Day 5

7 September, 2003

Awake around the newly, dark 5:50 and become quickly aware of the lightening storm that surrounds the ship. An amazing display from all sides, but no rain! It is an earthbound version of a storm I watched from eight miles up, flying over the Ohio river this past April, fireballs bouncing around. The ship is steady as a rock although it looks like all hell is exploding outside. By breakfast it has calmed down, and dawn is starting. Mexican eggs and bacon, with Sicily twenty miles to the north and the island of Panateria looming invitingly, maybe a few miles to the south. Although I catch the captain looking worriedly at the sky “...these are not a cloud you would normally see in the Mediterranean, and there is never any rain...”, after an hours talk including the problems of the governments and the wonders of his family, the sky has cleared nicely. Lots of shipping, including a “rich man’s” yacht racing the other direction.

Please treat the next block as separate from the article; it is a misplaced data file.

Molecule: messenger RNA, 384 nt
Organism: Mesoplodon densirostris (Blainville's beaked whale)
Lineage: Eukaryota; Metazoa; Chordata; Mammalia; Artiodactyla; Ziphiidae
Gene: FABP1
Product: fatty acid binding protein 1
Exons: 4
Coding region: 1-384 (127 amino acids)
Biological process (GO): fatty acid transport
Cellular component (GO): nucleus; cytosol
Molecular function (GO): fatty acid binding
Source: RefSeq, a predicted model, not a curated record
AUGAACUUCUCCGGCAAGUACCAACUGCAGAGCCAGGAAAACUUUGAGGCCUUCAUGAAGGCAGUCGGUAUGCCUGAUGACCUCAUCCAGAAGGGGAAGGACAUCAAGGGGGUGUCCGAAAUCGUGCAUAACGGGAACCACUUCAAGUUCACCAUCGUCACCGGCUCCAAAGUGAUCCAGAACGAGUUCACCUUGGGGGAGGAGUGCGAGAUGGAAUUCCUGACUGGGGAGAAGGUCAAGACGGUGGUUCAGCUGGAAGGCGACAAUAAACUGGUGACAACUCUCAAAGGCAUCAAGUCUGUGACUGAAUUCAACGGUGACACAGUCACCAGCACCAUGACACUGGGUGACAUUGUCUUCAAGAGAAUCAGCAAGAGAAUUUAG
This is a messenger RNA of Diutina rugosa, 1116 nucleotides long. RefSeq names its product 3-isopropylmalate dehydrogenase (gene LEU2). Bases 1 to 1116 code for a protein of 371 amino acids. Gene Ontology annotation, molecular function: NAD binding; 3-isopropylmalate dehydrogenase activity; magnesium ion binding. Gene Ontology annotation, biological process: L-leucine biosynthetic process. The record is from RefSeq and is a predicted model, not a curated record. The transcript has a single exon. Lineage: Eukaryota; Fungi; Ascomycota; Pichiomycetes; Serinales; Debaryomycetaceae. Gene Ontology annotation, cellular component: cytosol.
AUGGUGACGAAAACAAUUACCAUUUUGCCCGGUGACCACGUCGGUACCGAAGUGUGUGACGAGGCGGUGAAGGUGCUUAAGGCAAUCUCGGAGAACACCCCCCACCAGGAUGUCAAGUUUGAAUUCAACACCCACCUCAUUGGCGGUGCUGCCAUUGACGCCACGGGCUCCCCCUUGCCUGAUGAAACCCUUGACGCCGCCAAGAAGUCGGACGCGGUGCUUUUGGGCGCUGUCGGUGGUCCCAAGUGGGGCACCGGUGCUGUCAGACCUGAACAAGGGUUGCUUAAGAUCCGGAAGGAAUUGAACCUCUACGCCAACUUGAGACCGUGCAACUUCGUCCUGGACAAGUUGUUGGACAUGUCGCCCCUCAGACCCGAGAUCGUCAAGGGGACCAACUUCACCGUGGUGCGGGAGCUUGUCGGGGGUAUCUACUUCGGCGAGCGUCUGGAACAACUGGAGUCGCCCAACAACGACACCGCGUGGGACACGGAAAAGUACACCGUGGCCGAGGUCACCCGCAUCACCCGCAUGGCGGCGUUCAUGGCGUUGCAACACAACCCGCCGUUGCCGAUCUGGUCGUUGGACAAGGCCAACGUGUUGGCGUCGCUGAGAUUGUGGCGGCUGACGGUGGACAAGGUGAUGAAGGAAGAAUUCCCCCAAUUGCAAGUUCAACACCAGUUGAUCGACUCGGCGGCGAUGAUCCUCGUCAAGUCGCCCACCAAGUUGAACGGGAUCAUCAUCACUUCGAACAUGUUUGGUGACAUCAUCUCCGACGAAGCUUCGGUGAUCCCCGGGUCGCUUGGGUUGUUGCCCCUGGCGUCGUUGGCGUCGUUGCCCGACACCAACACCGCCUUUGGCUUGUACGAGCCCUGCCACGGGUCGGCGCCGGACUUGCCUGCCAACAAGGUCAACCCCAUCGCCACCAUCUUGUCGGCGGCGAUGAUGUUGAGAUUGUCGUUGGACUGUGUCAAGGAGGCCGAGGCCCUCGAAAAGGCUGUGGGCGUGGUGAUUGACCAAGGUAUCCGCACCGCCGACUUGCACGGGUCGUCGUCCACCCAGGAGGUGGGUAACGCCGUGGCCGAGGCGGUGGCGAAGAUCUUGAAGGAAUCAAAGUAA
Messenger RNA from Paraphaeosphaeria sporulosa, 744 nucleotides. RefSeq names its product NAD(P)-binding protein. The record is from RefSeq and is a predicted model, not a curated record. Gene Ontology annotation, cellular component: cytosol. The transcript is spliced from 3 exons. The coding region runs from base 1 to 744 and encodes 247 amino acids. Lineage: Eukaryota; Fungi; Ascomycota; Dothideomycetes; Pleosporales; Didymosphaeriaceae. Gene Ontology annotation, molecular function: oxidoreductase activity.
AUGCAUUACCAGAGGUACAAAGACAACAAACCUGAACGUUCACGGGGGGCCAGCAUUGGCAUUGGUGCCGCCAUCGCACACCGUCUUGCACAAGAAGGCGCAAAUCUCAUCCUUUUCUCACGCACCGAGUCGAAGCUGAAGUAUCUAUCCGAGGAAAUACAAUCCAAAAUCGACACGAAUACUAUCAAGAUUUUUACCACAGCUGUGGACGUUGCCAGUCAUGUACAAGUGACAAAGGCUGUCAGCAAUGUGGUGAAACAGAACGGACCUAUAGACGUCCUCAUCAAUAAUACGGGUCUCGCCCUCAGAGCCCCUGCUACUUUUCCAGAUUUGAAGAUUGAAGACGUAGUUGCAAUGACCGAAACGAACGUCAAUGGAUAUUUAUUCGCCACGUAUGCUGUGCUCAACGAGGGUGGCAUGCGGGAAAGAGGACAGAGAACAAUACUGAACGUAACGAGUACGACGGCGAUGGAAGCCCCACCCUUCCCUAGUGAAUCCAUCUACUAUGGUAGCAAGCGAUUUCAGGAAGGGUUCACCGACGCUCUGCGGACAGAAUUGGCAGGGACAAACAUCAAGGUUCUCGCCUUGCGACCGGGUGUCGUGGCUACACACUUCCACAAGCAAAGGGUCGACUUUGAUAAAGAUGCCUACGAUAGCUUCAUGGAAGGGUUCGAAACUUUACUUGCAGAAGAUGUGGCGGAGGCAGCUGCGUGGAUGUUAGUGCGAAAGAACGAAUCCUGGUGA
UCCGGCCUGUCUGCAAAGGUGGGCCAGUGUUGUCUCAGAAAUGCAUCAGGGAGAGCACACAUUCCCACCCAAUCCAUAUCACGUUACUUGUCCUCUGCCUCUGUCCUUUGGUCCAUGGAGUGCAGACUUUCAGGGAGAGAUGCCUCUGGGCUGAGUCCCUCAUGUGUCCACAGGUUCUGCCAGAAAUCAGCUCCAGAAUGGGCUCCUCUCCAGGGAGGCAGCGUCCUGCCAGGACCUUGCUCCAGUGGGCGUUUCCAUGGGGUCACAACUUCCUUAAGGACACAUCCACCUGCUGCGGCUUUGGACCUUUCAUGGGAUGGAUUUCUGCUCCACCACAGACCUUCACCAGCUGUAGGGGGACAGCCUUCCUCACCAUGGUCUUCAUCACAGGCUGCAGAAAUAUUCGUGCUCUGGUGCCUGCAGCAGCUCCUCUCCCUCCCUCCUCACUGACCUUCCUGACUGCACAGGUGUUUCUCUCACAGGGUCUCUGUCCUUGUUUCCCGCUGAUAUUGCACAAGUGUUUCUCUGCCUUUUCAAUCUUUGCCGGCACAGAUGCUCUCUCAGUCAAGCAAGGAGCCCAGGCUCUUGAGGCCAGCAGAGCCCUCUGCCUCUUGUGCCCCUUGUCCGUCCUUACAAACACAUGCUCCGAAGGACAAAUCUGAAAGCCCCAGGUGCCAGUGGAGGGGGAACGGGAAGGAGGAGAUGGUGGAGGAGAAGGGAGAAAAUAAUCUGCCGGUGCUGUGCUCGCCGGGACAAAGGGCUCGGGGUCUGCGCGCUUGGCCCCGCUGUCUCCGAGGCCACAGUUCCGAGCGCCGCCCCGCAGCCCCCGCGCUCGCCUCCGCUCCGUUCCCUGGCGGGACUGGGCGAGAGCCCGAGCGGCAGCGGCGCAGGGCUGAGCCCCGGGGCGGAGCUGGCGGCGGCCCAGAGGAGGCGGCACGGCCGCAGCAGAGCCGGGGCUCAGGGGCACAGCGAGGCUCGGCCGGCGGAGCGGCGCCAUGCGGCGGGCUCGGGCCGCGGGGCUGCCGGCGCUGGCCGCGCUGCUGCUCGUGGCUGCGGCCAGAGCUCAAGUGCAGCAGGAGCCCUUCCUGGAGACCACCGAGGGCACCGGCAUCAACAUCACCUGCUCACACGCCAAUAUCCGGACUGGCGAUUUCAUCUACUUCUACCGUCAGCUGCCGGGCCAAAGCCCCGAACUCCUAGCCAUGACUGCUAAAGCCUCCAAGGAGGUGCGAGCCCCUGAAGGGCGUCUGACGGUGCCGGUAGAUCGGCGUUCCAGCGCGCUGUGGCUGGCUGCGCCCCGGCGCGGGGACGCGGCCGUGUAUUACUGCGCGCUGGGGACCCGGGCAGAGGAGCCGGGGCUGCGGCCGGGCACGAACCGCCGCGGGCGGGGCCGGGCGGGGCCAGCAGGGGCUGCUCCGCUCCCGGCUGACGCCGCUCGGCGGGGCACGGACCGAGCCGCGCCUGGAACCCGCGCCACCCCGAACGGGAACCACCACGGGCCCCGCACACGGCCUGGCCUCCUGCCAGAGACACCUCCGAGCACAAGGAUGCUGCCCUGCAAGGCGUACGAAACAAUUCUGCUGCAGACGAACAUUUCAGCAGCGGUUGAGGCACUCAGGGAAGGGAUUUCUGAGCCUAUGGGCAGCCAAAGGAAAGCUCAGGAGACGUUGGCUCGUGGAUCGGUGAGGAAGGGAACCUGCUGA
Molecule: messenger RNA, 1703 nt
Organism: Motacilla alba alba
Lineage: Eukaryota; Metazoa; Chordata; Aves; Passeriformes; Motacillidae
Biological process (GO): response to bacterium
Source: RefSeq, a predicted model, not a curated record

Steak and chips for lunch. Really, the food could not be more mediocre, but it is regular and hearty. I did pass up the soup, and I am becoming to think soups are the cook's forté. And at dinner there are always fresh salad makings, with sliced peppers, carrots, radishes etc. and some nice cheese and cold cuts.

The Med. is still strongly choppy with the stiff headwind which is so imperious that one can only wonder how hard all this must be in winter, in the high Pacific when everything is caked with ice. The ships plows on at its same speed no matter what, but now it has a slightly rougher feel, a little more roll from side to side, but not consistently. The humidity, gritty air and oppressive temperatures makes my hour visit to the forecastle less refreshing then before.

Sunday dinner is a German tradition, cold cuts, very good. The ship’s mechanic suggested I try this one dish which I think was a kind of cold creamed eel. Not my thing but I ate it gamely. Nothing is seen of Malta and Sicily, the visibility being too poor.